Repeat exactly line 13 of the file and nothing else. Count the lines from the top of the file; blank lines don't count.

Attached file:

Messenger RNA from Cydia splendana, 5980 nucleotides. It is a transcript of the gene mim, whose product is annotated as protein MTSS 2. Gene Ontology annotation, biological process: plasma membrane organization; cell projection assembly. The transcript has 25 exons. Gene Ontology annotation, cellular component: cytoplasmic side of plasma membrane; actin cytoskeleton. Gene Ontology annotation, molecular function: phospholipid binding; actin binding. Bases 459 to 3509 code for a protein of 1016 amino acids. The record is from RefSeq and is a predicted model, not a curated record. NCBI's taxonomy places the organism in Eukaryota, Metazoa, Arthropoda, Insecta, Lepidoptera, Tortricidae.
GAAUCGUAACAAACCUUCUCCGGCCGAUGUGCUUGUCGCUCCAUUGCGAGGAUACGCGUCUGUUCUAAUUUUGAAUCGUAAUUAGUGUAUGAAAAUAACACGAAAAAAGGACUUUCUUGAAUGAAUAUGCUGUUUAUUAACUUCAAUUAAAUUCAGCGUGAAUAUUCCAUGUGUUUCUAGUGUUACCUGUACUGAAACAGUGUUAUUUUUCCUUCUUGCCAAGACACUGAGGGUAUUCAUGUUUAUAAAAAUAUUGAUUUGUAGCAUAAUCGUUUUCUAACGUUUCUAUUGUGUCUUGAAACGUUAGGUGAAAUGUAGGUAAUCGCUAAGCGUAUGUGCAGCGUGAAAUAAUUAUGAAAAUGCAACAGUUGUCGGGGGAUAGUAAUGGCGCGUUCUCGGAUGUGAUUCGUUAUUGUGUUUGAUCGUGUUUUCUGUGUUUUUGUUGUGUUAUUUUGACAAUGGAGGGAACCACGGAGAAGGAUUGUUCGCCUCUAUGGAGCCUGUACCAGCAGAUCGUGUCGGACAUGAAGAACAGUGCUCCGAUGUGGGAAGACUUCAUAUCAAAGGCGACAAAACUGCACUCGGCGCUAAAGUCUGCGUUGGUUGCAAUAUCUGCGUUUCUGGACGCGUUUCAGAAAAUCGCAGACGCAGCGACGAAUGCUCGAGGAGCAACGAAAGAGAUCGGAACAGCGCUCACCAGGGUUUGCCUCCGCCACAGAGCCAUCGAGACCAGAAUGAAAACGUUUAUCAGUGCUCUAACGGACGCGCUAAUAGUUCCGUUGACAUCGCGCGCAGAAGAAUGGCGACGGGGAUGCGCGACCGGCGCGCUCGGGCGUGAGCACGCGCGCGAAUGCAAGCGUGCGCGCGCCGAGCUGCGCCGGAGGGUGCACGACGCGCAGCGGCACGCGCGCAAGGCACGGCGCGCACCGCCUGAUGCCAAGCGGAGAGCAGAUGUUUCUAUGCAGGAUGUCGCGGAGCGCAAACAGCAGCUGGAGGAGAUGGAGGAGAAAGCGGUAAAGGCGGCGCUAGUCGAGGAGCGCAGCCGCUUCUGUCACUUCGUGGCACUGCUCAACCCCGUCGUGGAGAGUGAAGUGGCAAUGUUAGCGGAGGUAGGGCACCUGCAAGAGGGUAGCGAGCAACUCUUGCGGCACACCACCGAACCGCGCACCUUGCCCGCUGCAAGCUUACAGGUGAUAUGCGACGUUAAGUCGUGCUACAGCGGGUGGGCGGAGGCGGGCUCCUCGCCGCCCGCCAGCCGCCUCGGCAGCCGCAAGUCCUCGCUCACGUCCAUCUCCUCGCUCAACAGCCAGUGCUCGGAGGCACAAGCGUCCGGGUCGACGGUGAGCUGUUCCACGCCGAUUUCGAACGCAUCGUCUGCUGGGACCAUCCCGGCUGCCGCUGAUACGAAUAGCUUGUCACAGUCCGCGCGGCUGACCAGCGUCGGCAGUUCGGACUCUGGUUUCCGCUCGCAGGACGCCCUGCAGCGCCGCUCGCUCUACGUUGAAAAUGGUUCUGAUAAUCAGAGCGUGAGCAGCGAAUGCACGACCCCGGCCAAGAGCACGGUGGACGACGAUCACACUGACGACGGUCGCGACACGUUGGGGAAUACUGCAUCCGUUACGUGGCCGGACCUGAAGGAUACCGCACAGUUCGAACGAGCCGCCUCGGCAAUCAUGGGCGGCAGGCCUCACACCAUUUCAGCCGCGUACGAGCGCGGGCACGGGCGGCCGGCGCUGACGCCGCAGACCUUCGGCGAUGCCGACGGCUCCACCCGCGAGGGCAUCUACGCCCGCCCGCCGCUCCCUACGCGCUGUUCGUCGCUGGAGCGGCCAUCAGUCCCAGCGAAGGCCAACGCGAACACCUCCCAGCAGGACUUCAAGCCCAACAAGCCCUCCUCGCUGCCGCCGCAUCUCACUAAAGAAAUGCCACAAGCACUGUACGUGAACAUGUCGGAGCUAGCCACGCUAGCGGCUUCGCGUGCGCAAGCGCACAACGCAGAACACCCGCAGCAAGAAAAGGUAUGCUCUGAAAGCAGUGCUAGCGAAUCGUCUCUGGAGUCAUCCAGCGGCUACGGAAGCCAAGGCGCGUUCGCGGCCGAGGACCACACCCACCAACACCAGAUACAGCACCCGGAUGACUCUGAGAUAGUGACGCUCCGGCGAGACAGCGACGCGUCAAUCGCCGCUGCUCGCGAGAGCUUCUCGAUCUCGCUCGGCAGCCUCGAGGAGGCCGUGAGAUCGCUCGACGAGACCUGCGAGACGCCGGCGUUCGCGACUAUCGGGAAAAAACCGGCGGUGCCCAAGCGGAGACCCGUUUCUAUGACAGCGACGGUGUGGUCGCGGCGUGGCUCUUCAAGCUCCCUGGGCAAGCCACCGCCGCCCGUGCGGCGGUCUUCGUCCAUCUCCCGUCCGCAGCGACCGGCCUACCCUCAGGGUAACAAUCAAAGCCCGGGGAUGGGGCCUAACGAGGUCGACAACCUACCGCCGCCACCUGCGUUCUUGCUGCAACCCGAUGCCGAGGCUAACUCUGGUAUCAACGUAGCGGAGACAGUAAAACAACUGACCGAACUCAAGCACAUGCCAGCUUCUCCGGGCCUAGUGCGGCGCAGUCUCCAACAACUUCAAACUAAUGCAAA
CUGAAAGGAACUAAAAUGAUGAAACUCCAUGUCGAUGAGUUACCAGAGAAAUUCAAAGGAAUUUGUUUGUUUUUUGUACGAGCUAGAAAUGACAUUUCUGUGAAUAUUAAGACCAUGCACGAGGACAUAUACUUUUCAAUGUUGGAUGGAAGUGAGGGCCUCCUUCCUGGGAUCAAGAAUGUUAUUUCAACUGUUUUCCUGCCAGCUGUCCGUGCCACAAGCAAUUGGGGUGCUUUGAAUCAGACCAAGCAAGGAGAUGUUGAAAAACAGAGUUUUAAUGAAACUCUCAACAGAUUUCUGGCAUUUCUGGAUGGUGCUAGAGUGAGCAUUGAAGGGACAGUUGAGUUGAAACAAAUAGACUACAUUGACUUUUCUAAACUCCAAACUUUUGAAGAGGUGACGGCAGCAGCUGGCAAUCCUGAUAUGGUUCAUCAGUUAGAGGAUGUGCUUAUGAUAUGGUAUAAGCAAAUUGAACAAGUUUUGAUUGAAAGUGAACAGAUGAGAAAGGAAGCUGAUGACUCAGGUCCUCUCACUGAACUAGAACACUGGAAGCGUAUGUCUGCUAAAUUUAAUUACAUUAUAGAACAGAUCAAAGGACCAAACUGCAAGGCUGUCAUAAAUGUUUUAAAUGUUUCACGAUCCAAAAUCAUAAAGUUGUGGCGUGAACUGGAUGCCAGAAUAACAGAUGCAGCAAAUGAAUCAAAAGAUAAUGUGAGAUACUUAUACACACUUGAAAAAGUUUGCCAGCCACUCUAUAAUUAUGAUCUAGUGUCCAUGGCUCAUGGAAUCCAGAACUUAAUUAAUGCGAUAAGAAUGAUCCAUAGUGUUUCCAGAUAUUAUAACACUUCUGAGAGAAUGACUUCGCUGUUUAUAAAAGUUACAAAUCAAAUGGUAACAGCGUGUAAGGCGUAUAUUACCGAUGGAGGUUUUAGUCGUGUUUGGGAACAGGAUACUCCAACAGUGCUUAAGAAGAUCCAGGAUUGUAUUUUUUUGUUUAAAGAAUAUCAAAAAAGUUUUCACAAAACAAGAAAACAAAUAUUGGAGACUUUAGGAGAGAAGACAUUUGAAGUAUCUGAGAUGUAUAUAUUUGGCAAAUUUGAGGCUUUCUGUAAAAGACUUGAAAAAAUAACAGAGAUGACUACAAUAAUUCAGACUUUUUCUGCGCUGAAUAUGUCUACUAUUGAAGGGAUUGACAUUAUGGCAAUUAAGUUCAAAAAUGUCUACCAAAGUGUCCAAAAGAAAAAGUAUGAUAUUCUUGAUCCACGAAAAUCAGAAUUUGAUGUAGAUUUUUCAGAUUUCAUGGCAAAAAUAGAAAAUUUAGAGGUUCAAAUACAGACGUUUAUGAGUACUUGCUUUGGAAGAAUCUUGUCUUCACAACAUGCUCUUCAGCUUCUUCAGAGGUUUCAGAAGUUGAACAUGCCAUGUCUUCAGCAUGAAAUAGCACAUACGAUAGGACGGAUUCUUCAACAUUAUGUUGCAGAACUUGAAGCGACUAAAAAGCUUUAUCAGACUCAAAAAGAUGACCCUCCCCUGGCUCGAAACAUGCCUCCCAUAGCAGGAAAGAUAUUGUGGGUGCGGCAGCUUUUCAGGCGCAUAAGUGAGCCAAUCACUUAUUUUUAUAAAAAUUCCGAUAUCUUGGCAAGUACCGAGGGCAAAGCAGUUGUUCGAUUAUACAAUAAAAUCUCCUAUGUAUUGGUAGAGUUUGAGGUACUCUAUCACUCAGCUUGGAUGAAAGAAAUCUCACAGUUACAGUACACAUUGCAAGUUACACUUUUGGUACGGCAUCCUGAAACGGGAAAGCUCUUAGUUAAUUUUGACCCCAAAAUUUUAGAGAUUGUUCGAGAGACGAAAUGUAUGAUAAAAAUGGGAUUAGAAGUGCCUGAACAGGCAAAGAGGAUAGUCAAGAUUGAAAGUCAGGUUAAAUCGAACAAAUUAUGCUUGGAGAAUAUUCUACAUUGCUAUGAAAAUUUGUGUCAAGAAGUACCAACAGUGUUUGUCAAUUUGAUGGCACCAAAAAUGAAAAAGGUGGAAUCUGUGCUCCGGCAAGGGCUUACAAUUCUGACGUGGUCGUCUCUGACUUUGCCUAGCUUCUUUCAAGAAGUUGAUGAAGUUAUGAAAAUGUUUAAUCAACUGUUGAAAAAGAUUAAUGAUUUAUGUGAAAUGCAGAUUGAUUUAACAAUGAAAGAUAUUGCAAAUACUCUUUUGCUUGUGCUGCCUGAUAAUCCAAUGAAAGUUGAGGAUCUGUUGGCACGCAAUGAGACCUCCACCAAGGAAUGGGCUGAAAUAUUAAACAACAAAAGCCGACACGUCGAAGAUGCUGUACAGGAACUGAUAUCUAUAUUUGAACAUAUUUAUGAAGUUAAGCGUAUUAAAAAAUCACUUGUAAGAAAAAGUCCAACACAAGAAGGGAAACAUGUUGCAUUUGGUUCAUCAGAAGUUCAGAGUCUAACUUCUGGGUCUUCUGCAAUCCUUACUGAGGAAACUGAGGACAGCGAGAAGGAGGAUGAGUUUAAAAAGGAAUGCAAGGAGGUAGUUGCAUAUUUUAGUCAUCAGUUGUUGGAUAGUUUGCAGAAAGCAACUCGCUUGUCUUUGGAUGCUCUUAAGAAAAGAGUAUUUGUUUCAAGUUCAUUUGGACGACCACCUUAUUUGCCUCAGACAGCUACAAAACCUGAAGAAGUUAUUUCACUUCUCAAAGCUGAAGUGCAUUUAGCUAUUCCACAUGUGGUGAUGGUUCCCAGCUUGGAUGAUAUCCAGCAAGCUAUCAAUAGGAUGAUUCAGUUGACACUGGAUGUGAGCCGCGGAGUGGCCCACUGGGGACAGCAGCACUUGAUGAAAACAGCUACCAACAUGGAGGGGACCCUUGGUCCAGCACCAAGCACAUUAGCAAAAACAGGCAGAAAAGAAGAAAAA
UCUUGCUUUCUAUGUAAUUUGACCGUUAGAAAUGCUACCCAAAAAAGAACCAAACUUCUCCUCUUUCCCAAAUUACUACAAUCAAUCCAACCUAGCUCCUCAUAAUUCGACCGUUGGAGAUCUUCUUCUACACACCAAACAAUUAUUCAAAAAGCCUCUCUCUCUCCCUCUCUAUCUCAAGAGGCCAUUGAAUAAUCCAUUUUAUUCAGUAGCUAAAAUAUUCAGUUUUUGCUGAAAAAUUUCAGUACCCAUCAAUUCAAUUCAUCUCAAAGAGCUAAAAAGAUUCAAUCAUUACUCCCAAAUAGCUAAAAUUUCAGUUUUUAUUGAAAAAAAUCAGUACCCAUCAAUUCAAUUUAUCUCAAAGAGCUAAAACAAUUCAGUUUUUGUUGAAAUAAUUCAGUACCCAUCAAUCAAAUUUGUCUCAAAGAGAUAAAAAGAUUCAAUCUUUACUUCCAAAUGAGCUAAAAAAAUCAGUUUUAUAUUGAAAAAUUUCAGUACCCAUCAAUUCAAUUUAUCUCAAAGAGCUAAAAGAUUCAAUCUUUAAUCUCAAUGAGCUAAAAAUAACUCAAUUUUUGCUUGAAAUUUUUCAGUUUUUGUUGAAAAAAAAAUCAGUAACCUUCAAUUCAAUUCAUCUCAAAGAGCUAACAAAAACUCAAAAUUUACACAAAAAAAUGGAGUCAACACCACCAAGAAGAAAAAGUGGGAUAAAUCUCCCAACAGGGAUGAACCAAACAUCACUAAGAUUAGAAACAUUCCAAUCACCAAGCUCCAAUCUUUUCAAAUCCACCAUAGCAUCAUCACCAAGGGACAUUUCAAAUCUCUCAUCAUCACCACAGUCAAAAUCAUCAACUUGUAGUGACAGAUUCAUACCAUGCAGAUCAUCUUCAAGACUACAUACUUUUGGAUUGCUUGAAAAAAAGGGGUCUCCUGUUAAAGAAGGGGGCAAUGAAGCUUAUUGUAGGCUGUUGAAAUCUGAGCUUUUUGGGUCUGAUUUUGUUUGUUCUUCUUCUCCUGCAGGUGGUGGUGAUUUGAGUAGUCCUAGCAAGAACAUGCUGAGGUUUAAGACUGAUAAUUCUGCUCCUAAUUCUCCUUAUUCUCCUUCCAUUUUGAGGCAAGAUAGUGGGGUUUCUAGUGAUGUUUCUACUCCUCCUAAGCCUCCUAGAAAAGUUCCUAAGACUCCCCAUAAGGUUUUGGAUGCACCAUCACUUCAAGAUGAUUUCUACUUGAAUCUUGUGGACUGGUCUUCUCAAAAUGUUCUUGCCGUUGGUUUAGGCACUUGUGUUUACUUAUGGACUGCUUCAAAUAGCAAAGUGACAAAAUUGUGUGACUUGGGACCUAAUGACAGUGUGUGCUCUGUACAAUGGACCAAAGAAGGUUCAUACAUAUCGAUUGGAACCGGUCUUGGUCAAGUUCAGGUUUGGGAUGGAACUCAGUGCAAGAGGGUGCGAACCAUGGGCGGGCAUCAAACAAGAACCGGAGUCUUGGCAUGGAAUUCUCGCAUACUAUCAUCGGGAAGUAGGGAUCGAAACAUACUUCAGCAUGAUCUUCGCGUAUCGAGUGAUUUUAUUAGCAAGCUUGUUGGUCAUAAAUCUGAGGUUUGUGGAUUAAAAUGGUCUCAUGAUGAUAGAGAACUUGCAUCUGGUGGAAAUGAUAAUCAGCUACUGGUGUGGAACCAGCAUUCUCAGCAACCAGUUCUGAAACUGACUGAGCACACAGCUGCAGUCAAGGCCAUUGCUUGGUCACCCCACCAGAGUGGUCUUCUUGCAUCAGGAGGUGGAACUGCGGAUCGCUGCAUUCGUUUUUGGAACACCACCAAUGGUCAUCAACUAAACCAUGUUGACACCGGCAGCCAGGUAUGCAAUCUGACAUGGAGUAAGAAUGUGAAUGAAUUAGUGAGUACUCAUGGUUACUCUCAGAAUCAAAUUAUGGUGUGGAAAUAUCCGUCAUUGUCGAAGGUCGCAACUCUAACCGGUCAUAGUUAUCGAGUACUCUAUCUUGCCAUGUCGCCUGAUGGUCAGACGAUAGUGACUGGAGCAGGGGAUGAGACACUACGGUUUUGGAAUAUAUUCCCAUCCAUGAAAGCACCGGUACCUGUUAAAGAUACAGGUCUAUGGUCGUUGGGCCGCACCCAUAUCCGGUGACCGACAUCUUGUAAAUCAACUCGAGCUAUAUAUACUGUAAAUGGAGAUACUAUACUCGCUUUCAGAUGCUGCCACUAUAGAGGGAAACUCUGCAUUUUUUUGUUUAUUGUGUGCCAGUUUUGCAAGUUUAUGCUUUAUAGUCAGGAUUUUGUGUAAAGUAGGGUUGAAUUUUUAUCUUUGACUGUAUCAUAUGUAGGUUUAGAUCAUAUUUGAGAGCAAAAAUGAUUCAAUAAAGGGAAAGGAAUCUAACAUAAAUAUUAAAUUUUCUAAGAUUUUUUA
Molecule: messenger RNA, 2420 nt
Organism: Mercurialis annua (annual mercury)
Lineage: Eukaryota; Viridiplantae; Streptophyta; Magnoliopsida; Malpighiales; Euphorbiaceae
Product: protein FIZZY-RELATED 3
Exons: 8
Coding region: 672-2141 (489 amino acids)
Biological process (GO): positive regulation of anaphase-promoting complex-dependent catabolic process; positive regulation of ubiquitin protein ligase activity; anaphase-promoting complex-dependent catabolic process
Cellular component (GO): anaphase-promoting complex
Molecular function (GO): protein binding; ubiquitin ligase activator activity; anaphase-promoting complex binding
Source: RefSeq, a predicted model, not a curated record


Molecular function (GO): protein binding; ubiquitin ligase activator activity; anaphase-promoting complex binding